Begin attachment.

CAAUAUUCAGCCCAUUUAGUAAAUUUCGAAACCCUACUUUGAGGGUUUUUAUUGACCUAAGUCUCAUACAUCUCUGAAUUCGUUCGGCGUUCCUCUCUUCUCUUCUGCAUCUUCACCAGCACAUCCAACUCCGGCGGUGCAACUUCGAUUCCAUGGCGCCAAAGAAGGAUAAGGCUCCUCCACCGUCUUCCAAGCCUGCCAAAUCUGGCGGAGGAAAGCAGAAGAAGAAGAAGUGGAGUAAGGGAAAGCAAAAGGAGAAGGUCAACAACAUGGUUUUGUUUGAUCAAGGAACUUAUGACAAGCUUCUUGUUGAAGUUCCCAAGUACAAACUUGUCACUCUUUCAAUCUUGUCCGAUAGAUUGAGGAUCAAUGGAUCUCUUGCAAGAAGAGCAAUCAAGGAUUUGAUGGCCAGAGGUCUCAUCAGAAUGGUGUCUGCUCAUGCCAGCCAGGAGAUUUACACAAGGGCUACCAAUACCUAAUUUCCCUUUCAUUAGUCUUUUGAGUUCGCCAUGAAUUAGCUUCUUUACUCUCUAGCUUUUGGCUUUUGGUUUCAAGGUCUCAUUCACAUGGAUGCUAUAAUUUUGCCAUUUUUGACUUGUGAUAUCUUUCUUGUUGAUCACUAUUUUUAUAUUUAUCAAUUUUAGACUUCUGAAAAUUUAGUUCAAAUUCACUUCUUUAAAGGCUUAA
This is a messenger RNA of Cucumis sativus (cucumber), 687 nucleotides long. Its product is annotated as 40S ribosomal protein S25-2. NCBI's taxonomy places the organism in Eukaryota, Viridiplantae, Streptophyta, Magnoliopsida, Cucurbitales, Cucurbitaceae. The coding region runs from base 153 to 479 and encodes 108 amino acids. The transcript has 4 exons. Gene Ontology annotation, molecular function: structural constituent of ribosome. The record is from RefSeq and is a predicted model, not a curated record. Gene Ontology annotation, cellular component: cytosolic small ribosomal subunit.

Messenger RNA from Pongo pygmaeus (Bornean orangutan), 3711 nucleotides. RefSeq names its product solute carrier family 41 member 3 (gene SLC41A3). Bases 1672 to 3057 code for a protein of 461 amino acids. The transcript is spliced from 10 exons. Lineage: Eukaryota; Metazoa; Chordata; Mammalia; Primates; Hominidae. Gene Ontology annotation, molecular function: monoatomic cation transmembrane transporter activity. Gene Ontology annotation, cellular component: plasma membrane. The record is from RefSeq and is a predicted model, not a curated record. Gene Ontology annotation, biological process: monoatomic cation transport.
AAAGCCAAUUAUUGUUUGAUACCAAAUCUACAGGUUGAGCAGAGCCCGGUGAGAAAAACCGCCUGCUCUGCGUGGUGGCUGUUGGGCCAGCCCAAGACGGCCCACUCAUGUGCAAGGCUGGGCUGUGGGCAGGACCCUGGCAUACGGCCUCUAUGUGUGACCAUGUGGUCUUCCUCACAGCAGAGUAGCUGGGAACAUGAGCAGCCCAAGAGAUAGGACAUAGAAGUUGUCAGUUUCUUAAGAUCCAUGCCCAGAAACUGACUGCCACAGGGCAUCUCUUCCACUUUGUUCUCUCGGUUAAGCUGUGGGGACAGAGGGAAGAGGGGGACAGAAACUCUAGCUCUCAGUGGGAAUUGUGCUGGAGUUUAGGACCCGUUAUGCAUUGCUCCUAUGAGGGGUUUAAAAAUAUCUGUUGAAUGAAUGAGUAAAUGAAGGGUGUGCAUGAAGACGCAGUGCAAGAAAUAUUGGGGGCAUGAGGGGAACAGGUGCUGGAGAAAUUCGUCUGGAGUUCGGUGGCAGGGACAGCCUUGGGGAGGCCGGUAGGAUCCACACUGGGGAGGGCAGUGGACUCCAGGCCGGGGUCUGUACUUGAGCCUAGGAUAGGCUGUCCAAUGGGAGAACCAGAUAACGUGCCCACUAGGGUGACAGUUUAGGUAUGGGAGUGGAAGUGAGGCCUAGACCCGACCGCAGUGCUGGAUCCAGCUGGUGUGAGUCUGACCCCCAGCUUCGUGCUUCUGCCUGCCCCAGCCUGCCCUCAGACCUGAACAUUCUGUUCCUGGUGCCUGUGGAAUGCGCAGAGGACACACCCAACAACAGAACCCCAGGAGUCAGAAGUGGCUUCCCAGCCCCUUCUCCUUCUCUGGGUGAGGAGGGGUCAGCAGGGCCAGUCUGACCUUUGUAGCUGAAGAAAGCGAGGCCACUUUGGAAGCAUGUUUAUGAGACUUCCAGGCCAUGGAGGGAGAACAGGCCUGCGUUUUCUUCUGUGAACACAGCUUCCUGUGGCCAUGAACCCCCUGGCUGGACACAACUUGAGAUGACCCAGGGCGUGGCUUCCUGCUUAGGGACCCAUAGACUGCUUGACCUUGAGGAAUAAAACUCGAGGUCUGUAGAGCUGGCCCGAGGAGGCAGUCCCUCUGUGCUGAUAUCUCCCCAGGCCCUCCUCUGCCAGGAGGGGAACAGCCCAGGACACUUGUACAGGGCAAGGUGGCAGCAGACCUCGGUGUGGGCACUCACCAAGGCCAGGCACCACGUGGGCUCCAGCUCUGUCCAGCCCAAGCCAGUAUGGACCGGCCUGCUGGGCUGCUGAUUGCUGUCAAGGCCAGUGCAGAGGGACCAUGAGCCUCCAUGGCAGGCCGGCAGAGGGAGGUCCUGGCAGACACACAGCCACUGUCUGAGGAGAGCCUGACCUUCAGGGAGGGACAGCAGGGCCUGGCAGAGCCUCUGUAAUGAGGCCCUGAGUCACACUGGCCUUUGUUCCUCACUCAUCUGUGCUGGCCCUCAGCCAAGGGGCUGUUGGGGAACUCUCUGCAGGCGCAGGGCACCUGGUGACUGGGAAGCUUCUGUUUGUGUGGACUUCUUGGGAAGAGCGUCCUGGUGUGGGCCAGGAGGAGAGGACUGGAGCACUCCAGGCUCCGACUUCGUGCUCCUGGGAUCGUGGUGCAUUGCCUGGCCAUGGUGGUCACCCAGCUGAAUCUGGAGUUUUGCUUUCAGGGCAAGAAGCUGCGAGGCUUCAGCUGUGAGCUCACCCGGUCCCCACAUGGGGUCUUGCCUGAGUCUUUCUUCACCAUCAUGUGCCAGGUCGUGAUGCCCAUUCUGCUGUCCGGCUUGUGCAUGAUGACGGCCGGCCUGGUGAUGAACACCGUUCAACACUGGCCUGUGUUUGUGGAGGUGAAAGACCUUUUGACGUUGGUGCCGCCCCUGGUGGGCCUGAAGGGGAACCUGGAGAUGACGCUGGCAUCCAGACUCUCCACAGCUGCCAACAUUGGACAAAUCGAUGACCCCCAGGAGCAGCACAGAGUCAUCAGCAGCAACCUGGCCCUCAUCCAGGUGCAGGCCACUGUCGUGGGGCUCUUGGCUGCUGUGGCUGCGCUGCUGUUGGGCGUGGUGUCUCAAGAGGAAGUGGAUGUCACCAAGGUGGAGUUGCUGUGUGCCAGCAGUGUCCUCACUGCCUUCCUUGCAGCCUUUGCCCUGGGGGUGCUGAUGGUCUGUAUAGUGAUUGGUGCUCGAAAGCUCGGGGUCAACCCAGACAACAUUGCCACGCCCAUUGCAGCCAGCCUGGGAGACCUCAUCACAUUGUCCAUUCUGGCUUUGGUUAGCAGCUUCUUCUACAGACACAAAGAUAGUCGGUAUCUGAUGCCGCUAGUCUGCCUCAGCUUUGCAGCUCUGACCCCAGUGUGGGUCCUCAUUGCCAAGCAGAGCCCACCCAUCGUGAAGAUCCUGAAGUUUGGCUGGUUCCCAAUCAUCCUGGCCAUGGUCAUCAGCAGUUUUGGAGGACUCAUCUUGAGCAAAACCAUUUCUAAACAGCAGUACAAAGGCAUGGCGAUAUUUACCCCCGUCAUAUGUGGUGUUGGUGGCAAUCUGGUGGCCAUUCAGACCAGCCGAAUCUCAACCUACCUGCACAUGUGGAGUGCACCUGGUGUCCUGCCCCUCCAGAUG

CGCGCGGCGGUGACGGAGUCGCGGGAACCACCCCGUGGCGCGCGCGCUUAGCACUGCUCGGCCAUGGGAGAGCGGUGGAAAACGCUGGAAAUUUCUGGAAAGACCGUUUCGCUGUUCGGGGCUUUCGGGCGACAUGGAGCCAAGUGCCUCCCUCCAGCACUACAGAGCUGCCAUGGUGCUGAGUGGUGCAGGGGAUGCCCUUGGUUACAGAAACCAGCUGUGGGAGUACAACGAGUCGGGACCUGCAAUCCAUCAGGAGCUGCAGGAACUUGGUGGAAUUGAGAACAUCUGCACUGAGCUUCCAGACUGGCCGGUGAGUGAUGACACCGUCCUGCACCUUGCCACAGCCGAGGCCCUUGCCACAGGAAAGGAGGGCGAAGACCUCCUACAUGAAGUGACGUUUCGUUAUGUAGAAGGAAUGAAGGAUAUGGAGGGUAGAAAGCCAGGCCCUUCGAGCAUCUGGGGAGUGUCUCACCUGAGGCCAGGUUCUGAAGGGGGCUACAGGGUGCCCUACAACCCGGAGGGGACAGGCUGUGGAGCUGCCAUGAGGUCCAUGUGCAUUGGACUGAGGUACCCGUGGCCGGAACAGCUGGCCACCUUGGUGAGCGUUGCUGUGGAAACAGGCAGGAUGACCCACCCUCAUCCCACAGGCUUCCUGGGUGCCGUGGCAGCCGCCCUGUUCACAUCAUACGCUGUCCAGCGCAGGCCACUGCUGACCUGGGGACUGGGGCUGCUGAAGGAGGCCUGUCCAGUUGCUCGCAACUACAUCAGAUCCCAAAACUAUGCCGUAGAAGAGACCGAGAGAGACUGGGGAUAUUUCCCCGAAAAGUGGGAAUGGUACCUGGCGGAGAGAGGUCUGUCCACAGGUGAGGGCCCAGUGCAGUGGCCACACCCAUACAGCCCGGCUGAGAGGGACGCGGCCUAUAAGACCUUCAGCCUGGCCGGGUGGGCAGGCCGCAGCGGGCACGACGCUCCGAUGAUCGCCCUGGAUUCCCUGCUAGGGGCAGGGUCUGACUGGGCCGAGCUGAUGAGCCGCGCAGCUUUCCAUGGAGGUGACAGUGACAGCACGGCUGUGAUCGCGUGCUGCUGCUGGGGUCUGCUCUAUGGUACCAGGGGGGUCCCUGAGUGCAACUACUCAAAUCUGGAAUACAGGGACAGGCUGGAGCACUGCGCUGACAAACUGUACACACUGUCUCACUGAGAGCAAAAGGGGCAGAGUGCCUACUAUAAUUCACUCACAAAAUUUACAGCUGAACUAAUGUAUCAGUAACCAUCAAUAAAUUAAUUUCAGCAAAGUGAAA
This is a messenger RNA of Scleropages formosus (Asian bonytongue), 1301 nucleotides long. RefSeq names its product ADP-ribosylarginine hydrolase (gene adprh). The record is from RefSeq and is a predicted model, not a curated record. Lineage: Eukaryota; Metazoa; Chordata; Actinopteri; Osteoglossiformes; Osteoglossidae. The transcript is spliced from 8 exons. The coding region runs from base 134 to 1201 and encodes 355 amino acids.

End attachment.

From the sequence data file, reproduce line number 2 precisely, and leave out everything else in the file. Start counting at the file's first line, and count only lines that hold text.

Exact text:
This is a messenger RNA of Cucumis sativus (cucumber), 687 nucleotides long. Its product is annotated as 40S ribosomal protein S25-2. NCBI's taxonomy places the organism in Eukaryota, Viridiplantae, Streptophyta, Magnoliopsida, Cucurbitales, Cucurbitaceae. The coding region runs from base 153 to 479 and encodes 108 amino acids. The transcript has 4 exons. Gene Ontology annotation, molecular function: structural constituent of ribosome. The record is from RefSeq and is a predicted model, not a curated record. Gene Ontology annotation, cellular component: cytosolic small ribosomal subunit.